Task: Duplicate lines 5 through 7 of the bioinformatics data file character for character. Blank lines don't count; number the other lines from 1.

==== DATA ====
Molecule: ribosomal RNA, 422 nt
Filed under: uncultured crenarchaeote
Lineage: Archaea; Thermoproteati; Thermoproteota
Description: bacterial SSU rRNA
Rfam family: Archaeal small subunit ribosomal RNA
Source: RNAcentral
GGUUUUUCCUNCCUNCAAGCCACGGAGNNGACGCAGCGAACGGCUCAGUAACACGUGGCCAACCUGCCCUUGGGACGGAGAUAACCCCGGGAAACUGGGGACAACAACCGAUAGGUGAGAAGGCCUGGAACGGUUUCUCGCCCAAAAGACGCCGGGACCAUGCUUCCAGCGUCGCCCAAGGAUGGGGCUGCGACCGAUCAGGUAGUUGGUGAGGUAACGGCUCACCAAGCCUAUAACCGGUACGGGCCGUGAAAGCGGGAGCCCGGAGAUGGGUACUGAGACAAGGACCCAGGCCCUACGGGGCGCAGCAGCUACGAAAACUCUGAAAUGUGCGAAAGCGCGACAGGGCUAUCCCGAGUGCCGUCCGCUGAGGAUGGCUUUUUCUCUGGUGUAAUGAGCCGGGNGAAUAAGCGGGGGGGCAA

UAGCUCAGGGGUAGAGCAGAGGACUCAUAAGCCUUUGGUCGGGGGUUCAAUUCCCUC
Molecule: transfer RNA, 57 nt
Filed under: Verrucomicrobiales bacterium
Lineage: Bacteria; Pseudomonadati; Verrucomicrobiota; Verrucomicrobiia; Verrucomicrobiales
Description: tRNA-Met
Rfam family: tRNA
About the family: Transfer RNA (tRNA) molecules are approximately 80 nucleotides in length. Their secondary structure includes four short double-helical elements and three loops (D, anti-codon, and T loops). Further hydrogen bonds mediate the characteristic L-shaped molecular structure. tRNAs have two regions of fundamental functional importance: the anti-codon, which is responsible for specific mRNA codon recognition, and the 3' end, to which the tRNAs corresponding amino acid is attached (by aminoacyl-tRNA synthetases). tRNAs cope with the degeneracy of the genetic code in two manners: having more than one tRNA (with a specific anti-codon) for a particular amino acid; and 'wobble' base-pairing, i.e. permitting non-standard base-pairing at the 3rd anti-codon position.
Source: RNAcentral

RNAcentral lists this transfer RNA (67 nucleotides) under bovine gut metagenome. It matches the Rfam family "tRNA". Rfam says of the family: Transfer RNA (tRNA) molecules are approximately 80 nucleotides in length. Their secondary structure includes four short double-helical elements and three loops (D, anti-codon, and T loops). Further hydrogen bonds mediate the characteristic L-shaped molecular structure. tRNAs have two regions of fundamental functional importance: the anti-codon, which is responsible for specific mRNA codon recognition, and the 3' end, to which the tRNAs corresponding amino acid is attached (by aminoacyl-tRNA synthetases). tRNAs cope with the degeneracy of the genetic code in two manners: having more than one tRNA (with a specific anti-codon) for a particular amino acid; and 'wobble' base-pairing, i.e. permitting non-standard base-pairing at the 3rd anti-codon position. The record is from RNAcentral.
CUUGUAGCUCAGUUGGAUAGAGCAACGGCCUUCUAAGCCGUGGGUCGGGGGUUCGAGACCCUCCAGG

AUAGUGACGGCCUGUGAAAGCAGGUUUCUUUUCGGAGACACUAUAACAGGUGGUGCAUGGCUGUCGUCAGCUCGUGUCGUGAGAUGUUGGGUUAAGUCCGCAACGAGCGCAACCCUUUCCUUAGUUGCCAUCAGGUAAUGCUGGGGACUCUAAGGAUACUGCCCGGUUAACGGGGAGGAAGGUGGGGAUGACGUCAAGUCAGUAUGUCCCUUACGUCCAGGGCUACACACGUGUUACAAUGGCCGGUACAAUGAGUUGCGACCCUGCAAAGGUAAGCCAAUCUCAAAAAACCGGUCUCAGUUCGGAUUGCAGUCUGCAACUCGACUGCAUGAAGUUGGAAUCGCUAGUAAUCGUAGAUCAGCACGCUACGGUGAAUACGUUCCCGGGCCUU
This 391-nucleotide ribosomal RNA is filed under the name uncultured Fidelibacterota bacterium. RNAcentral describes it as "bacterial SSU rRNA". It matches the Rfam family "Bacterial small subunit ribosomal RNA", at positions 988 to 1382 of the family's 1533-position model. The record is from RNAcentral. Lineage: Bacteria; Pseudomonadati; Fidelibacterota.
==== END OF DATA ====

Rfam family: Archaeal small subunit ribosomal RNA
Source: RNAcentral
GGUUUUUCCUNCCUNCAAGCCACGGAGNNGACGCAGCGAACGGCUCAGUAACACGUGGCCAACCUGCCCUUGGGACGGAGAUAACCCCGGGAAACUGGGGACAACAACCGAUAGGUGAGAAGGCCUGGAACGGUUUCUCGCCCAAAAGACGCCGGGACCAUGCUUCCAGCGUCGCCCAAGGAUGGGGCUGCGACCGAUCAGGUAGUUGGUGAGGUAACGGCUCACCAAGCCUAUAACCGGUACGGGCCGUGAAAGCGGGAGCCCGGAGAUGGGUACUGAGACAAGGACCCAGGCCCUACGGGGCGCAGCAGCUACGAAAACUCUGAAAUGUGCGAAAGCGCGACAGGGCUAUCCCGAGUGCCGUCCGCUGAGGAUGGCUUUUUCUCUGGUGUAAUGAGCCGGGNGAAUAAGCGGGGGGGCAA